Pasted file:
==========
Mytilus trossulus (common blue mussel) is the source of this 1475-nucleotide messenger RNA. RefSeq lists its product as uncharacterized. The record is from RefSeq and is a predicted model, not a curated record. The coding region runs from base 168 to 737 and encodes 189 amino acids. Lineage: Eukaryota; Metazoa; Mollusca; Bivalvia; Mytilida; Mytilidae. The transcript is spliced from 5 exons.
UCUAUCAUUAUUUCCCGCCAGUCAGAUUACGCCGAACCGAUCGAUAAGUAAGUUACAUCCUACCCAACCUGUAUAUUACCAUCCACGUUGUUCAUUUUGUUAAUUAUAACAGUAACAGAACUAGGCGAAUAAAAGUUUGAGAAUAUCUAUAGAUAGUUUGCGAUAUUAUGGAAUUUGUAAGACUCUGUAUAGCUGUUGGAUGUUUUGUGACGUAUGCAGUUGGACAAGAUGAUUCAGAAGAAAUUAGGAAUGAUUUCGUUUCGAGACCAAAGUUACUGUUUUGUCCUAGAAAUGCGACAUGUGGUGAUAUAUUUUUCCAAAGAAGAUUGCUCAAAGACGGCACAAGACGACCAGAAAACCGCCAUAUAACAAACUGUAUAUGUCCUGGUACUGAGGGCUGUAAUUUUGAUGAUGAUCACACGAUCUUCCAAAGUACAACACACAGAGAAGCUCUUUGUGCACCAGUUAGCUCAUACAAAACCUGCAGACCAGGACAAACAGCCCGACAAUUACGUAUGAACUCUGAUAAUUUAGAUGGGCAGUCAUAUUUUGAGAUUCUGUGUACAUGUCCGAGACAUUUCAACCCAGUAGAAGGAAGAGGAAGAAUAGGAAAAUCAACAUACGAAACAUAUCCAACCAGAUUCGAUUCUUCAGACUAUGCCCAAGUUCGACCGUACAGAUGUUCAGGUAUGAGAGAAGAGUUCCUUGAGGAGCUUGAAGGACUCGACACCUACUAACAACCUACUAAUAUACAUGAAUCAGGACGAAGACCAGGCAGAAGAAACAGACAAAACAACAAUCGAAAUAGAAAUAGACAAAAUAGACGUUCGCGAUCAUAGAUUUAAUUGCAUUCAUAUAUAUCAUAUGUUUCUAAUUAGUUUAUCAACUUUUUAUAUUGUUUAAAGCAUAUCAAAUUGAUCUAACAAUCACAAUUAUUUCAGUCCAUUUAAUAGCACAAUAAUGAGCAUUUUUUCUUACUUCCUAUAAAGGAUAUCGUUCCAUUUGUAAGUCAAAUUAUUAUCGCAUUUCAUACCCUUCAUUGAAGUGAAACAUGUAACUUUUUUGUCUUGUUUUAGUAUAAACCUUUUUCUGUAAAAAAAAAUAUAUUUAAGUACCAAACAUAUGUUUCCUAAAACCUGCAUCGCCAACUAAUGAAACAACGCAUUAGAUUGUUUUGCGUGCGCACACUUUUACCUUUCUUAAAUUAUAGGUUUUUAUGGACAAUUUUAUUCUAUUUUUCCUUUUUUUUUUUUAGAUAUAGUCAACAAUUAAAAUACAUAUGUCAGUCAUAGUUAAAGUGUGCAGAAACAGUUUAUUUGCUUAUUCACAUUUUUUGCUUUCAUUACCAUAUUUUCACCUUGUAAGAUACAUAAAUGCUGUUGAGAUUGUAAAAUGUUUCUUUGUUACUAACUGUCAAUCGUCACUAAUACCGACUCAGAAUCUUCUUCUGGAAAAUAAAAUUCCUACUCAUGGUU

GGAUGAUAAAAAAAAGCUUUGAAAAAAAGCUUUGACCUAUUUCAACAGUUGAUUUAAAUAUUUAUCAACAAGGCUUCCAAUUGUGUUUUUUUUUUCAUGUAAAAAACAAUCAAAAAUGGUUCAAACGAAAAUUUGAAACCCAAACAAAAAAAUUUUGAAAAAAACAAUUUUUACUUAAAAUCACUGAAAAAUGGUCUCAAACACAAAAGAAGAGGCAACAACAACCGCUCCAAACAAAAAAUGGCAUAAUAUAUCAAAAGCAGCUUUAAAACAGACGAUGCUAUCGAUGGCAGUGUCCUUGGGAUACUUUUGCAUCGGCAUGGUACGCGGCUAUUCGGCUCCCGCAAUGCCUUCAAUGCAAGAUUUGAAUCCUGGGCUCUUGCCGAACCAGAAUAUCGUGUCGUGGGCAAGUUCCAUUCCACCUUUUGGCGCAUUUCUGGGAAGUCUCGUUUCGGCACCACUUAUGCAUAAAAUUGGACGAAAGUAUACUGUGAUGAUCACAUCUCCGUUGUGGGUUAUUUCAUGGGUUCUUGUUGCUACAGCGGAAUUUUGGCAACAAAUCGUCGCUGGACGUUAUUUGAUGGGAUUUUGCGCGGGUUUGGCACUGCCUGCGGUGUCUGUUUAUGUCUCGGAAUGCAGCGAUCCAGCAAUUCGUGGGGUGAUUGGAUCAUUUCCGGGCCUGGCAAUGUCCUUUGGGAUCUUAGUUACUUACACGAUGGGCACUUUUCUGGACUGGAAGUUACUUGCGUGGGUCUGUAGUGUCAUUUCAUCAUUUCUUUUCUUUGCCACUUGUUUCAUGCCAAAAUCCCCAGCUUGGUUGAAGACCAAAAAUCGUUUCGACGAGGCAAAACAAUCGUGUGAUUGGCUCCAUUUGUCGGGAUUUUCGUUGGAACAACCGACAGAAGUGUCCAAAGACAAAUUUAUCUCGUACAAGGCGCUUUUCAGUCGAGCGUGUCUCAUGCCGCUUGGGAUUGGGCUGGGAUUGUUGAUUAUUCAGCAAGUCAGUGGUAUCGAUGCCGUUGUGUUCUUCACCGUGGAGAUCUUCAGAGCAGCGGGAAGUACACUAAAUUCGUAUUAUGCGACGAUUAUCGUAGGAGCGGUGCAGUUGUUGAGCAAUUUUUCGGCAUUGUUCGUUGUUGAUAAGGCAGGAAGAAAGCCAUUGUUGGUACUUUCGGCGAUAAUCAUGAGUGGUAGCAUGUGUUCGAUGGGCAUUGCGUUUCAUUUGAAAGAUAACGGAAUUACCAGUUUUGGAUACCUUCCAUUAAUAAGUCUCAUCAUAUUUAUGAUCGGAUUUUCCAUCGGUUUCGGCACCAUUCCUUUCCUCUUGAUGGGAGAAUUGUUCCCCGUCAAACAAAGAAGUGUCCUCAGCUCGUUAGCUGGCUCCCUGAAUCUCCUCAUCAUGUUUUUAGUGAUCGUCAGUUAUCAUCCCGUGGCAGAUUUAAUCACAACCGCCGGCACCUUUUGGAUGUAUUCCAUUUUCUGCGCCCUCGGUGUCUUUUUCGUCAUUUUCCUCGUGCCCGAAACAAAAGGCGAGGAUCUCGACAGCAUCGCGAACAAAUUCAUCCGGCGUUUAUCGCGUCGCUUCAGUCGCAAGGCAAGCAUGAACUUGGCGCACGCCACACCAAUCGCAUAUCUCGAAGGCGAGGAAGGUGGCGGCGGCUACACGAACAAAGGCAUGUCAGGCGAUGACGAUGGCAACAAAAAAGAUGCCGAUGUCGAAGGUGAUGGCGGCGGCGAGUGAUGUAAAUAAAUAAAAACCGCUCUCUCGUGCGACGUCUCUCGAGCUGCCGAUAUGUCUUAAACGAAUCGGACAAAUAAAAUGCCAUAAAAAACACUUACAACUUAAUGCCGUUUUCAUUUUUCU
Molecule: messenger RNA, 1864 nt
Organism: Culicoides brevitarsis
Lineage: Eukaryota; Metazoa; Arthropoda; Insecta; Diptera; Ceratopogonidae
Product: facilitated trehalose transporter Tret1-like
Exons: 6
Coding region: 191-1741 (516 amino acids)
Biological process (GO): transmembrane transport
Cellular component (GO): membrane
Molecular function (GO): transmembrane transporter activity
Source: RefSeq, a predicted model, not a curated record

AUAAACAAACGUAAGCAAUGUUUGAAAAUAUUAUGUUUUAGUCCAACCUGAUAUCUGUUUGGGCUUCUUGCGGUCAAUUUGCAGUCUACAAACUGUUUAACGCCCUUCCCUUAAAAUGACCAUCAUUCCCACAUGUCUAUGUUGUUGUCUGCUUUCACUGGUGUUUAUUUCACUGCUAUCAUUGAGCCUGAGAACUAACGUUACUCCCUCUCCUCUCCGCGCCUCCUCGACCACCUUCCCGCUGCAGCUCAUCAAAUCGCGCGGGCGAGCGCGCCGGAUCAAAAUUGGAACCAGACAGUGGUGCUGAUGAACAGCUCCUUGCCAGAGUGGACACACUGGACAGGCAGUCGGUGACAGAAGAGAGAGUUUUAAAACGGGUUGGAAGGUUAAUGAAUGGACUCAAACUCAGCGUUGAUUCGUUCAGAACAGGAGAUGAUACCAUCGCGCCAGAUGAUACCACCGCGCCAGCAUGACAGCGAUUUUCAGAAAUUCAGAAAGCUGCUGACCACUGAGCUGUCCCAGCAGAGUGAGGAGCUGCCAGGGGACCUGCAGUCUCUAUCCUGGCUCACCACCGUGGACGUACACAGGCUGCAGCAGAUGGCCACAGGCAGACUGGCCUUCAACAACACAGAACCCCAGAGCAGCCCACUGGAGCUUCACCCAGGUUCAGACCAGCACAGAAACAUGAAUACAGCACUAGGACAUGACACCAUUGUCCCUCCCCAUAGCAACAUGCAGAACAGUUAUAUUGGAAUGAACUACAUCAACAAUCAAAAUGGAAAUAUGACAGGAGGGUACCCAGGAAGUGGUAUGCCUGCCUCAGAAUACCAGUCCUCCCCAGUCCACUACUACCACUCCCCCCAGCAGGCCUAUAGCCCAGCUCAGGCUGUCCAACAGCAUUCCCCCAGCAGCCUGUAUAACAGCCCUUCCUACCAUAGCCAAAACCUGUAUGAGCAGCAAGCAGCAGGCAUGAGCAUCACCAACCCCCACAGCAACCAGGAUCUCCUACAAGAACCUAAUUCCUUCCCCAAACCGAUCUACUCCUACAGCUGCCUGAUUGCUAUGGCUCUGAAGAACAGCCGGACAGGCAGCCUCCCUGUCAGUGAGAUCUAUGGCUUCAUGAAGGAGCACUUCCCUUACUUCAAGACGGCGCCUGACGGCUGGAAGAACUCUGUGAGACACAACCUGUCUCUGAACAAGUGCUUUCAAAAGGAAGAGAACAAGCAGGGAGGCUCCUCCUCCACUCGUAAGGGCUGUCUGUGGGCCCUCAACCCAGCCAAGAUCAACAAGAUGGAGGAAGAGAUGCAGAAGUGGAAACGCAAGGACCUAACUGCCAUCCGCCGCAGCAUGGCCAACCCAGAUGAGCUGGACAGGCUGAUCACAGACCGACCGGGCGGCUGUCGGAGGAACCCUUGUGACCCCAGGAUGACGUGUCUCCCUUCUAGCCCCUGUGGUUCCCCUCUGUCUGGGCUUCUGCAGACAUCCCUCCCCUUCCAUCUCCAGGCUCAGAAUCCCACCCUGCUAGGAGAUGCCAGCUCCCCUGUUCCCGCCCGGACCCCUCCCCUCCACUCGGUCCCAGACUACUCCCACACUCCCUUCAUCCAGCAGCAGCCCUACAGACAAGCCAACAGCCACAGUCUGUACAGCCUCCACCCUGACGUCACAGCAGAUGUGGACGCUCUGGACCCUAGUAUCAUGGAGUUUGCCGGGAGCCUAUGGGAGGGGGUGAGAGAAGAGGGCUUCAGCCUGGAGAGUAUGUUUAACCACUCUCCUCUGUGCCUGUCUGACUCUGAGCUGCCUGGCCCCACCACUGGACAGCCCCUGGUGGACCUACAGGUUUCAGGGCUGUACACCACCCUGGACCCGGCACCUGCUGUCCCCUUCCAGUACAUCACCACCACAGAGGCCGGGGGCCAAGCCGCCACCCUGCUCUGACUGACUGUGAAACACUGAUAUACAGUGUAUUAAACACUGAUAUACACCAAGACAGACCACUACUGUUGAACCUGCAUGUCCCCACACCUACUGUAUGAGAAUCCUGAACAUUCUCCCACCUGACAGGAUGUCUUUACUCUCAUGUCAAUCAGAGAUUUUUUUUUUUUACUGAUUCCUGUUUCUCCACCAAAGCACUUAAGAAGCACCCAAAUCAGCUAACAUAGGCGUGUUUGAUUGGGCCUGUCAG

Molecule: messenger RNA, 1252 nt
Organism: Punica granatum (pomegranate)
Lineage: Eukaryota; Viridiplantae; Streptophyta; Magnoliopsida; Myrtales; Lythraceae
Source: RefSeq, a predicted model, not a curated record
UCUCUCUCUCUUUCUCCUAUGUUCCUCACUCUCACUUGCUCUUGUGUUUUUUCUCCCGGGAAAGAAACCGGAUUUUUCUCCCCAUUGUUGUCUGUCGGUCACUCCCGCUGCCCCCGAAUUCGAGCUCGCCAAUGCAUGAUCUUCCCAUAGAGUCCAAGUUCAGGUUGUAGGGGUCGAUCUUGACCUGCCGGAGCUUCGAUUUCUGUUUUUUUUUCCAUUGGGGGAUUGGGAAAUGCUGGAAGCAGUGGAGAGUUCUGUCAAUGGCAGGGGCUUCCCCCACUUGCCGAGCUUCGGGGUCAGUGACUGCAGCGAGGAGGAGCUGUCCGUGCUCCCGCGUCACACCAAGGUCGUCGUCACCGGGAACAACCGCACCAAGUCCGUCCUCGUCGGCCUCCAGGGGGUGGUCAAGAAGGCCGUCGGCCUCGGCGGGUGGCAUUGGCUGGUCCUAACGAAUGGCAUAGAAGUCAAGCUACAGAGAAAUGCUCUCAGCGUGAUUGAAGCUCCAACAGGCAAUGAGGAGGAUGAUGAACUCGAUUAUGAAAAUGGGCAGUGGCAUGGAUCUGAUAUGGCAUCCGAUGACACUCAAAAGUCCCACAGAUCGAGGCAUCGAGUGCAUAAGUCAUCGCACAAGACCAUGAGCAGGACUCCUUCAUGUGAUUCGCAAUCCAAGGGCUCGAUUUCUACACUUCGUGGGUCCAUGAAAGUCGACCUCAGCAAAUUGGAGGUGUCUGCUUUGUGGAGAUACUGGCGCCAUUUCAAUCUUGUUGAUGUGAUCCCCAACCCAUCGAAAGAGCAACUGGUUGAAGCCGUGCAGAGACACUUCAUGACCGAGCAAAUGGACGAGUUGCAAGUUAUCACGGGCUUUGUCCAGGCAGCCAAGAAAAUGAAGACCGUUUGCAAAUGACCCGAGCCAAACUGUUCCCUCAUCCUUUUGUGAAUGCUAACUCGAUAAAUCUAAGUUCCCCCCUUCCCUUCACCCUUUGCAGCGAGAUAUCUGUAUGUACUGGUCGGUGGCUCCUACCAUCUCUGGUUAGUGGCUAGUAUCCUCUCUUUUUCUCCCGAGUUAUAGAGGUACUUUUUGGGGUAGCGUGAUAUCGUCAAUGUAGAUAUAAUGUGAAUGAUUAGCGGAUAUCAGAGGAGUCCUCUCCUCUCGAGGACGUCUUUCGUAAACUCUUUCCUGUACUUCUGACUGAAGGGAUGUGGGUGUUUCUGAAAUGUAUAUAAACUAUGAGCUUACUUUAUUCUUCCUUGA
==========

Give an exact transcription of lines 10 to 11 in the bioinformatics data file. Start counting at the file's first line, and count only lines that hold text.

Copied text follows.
Biological process (GO): transmembrane transport
Cellular component (GO): membrane